Advocates challenging Quebec rule on access to subsidized daycare for refugee claimants

“It was really one of the worst moments in our life,” says Vladimyr, a refugee who didn't have access to subsidized daycare until his status was confirmed because of a Quebec rule restricting refugee claimants. Alyssia Rubertucci reports.

By Alyssia Rubertucci

Not everyone in Quebec has access to affordable daycare. 

Even if they have a work permit, refugee claimants can’t enroll their children in subsidized daycare, under a 2018 decision from the provincial Liberal government, maintained by the CAQ.

That decision is now being challenged in court and advocates are hoping to get access for people who are in the situation Haitian refugee, Vladimyr, was once in after his son was born in Quebec. CityNews agreed to conceal his identity, as he hopes to move into a new life and leave his status as a refugee behind. 

Vladimyr arrived in Quebec in 2017 when his wife was pregnant. She gave birth shortly after.

“After six months, when we decided to put him in a daycare, he was not accepted,” he said. “The only daycare that could accept us was near our house, saying we would have to pay $40 a day.”

Maryse Poisson is the director of social initiatives at the Welcome Collective and co-founder of the Comité accès garderie, the group fighting the issue in court.

“In Quebec, subsidized daycare is affordable daycare, so everybody has access to an $8 per day daycare, which makes it possible for someone to work on minimum wage,” she said. “For example, if you work in Tim Hortons or you work at minimum wage, you can’t [pay] $50 a day for daycare.”

Only Vladimyr was working at the time, so paying for a private daycare was out of the question, and he didn’t have the option to enroll his son in public daycare, even though his three year old daughter at the time, born in Haiti, was already enrolled in a subsidized daycare.

“I couldn’t understand why,” Vladimyr said. “Normally I think the government should encourage any refugee claimant to go to work, to help the country, to help ourselves, too. Because if we don’t go to work, what does the government ask us to do? Just stay home or stay on welfare?”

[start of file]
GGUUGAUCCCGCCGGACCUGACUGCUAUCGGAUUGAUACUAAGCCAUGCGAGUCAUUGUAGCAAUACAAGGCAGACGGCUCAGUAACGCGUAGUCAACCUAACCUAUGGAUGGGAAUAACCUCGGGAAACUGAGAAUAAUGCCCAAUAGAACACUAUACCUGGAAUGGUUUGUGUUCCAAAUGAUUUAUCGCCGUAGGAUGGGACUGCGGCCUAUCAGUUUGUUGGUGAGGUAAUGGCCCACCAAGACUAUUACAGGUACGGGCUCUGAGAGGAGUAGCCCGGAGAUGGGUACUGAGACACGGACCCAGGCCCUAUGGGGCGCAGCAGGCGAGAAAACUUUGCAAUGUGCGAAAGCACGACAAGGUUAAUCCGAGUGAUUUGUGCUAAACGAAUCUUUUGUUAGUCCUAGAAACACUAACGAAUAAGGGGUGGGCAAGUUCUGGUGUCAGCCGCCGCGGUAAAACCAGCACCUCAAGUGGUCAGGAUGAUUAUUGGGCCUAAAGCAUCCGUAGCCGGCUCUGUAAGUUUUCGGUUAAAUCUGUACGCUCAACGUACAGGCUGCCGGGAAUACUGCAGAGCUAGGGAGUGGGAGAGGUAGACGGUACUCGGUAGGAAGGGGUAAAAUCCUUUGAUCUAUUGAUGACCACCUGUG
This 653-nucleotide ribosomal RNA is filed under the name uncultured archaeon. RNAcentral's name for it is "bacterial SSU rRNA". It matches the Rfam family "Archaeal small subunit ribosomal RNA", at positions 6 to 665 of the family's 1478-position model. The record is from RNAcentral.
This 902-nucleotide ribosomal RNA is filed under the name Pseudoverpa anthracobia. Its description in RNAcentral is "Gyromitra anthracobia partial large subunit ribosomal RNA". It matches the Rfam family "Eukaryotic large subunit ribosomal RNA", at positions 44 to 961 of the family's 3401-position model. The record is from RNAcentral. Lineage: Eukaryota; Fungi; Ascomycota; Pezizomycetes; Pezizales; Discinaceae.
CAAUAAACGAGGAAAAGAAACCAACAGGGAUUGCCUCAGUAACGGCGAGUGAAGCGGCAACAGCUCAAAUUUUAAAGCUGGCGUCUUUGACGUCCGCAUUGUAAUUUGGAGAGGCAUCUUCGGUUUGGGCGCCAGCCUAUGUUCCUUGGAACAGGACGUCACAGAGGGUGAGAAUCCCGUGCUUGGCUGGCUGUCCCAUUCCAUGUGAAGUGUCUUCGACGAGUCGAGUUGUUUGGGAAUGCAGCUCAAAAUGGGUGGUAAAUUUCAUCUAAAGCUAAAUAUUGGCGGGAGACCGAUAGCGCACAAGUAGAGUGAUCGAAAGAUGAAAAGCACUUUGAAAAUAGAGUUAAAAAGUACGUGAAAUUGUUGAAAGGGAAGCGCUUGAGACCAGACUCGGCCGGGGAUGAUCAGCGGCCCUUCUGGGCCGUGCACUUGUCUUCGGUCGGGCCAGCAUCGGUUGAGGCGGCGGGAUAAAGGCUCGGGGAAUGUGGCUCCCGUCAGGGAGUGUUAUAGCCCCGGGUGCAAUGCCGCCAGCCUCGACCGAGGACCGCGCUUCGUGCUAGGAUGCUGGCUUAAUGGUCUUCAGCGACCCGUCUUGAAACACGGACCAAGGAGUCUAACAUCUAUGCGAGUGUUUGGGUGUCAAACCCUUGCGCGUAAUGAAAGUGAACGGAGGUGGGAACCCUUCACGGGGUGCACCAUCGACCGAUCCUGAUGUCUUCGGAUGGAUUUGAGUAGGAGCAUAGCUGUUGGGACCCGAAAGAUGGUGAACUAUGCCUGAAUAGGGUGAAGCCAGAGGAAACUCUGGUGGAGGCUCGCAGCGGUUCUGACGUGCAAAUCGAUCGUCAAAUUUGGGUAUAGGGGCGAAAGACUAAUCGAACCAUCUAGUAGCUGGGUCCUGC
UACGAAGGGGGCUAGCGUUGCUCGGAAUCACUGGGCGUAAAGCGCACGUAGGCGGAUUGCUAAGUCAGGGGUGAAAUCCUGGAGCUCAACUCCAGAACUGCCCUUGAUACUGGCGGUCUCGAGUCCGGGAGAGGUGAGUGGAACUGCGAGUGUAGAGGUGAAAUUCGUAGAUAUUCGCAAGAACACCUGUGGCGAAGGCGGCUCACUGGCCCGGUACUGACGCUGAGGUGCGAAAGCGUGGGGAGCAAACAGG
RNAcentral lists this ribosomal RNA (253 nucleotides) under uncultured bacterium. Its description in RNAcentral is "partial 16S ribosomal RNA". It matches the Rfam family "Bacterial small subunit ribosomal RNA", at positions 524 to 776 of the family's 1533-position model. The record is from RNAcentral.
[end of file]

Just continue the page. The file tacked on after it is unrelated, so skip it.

Poisson said the idea of allowing work permits for refugee claimants but not access to subsidized daycare is “nonsense.”

“These families are here among us. They’re working in our gas stations. They’re working in the Wal-Marts. And when we go shopping. A lot of refugee claimants are around us and we don’t know about it,” said Poisson.

When Vladimyr’s wife found a job, they finally opted for the private daycare that was out of their budget.

“It was really, really, really one of the worst moments in our life,” he said. “We had to eat less food than we’re used to eating, we couldn’t do activities. It was very, very difficult for us. It was a lot of stress.”

“It’s only when his refugee claim was heard and he was accepted that he got a spot in daycare for his son that was actually Canadian,” Poisson said. “There’s hundreds, thousands of families that are waiting for this hearing and it can last two years, three years and even four years before they get their hearing. So all this period of time, no affordable daycare for them, only the private ones that are sometimes way more than $40.”

Next week, the Comité accès garderie will be contesting the issue in court, hoping for a win for refugee claimants. 

“They need to be active, being able to work, being able to study French,” she said. “I really think that if they can review this decision, their position on this issue, I really think the population would be in favour.”

For Vladimyr, the fight to reverse this rule reassures him for future refugee claimants.

“There is a hope that one day, kids could go to a normal daycare like every other kid.”

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